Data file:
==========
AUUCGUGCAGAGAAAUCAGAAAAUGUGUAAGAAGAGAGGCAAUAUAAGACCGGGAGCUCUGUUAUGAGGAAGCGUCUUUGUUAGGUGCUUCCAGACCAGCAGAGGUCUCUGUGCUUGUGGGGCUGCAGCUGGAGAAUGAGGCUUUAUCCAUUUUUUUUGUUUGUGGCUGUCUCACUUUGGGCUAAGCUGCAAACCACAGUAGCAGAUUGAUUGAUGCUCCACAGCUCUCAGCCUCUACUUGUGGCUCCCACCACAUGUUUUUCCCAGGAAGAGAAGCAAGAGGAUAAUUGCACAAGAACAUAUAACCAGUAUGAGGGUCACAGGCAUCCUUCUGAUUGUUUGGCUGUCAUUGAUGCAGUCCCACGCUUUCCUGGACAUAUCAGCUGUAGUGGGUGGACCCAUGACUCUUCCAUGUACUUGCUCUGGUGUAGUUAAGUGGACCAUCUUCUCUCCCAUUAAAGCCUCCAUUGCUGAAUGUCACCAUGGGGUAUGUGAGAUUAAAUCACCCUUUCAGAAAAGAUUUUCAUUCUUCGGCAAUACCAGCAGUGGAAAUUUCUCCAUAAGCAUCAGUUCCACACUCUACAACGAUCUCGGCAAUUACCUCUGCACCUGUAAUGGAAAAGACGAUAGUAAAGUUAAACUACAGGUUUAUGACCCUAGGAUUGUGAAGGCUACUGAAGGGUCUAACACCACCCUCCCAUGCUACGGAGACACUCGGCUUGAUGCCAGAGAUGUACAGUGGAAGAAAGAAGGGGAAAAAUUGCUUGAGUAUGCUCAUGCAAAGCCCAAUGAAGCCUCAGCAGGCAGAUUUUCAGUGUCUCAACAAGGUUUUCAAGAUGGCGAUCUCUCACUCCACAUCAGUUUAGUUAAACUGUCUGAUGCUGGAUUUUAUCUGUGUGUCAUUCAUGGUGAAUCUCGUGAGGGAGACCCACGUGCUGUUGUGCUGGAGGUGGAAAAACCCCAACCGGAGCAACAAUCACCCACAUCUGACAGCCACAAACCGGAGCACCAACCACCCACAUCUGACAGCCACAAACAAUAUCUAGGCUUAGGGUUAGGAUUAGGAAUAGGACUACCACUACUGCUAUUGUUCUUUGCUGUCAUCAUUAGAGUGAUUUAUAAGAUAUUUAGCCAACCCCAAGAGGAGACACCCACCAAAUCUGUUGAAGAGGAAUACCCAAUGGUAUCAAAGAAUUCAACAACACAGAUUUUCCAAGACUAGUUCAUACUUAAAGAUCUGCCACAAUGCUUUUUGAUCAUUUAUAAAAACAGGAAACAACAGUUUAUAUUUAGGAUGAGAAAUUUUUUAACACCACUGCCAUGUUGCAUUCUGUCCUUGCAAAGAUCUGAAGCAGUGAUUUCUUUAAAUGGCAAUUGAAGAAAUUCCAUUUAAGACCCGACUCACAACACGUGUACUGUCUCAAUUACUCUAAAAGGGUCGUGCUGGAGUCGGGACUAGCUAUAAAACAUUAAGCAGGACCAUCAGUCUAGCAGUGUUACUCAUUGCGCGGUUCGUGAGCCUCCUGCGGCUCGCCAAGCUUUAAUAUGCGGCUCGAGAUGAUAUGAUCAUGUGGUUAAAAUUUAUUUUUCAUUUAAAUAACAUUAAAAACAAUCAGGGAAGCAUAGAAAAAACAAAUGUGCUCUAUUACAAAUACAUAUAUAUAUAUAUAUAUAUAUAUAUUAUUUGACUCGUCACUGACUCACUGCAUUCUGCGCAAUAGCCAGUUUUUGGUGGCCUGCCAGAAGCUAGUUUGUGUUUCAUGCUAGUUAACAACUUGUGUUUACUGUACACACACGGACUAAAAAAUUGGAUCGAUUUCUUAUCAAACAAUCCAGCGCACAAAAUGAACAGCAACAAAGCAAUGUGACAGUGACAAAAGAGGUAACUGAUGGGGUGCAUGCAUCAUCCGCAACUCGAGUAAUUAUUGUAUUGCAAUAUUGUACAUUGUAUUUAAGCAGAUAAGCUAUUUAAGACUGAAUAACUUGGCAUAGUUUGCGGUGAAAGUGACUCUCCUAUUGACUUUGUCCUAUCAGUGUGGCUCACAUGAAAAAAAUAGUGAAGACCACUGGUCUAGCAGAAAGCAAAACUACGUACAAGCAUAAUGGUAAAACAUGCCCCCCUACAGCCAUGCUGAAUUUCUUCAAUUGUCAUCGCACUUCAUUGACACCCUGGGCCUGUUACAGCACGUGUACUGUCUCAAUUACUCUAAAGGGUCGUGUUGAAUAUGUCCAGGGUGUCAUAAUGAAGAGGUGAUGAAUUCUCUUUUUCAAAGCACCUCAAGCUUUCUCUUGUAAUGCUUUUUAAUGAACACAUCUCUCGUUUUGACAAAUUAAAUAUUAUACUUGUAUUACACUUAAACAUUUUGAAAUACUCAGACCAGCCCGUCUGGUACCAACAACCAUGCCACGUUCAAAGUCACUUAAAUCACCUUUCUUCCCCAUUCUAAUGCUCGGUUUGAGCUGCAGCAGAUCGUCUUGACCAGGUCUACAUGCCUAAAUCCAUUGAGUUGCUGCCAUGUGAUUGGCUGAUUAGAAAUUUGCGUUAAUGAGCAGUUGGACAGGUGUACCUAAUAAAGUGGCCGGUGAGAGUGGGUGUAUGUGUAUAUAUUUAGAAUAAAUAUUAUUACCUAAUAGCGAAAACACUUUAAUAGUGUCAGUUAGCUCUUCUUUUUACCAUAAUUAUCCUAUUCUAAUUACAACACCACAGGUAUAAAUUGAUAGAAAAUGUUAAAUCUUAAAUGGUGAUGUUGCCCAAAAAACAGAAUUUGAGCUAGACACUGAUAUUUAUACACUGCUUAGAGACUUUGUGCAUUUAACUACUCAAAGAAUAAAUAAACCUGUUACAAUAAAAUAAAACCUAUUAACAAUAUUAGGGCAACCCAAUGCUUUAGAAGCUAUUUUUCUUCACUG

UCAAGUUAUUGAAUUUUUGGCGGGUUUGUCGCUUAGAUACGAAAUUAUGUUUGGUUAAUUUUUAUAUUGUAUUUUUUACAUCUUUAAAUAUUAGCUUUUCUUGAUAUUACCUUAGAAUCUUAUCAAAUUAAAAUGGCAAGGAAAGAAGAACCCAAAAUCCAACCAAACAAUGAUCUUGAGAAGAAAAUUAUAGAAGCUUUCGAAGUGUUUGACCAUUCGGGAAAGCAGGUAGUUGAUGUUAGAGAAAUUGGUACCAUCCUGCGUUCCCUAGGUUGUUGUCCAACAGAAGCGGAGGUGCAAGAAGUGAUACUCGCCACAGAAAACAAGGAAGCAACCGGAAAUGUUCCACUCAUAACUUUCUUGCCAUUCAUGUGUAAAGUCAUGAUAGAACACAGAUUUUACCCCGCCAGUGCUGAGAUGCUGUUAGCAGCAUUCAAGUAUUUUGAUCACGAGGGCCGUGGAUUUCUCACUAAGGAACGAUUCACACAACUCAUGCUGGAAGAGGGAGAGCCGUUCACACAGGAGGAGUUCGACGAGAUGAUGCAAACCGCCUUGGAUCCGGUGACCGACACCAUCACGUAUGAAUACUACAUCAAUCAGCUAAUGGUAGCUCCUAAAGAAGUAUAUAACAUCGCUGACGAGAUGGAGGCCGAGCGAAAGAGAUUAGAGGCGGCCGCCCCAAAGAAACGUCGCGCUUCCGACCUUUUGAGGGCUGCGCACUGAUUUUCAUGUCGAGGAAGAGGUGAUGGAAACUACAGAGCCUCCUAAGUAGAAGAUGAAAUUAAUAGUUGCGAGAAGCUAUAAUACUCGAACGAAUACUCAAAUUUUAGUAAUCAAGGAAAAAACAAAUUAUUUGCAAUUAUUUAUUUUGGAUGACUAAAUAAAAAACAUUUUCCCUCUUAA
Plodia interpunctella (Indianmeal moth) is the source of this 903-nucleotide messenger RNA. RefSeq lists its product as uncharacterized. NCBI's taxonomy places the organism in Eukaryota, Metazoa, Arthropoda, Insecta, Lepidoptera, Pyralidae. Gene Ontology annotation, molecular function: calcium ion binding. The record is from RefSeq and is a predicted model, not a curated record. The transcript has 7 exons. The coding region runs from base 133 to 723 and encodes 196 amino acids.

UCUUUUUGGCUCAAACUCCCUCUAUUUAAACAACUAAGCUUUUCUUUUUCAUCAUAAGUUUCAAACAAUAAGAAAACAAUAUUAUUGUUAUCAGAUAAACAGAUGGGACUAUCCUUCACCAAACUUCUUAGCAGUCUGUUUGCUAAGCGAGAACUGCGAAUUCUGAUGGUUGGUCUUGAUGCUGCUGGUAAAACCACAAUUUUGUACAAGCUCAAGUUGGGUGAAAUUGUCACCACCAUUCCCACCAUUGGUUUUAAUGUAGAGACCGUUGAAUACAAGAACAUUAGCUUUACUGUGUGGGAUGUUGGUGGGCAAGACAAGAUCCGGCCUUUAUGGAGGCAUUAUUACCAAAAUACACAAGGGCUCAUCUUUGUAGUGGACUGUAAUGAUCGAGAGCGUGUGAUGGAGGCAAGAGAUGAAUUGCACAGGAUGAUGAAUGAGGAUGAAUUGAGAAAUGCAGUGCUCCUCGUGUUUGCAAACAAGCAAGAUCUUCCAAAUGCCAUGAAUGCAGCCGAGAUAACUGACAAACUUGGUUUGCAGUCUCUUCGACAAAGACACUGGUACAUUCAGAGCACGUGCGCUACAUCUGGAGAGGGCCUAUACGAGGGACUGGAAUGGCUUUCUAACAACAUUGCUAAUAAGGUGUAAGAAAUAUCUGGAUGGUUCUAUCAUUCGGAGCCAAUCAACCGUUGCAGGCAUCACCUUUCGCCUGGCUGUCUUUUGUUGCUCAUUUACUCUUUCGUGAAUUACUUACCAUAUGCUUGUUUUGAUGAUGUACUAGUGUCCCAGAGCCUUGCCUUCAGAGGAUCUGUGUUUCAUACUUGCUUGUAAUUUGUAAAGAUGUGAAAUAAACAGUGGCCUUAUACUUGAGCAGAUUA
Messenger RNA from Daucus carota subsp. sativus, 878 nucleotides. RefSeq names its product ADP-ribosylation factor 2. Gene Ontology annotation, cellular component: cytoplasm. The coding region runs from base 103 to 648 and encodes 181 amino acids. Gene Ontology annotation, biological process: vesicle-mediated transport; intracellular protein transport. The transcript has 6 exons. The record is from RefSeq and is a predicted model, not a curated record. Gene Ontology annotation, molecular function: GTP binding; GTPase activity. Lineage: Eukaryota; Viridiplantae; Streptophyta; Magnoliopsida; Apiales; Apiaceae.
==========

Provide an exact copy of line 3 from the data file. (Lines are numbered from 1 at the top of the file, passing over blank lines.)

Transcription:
Plodia interpunctella (Indianmeal moth) is the source of this 903-nucleotide messenger RNA. RefSeq lists its product as uncharacterized. NCBI's taxonomy places the organism in Eukaryota, Metazoa, Arthropoda, Insecta, Lepidoptera, Pyralidae. Gene Ontology annotation, molecular function: calcium ion binding. The record is from RefSeq and is a predicted model, not a curated record. The transcript has 7 exons. The coding region runs from base 133 to 723 and encodes 196 amino acids.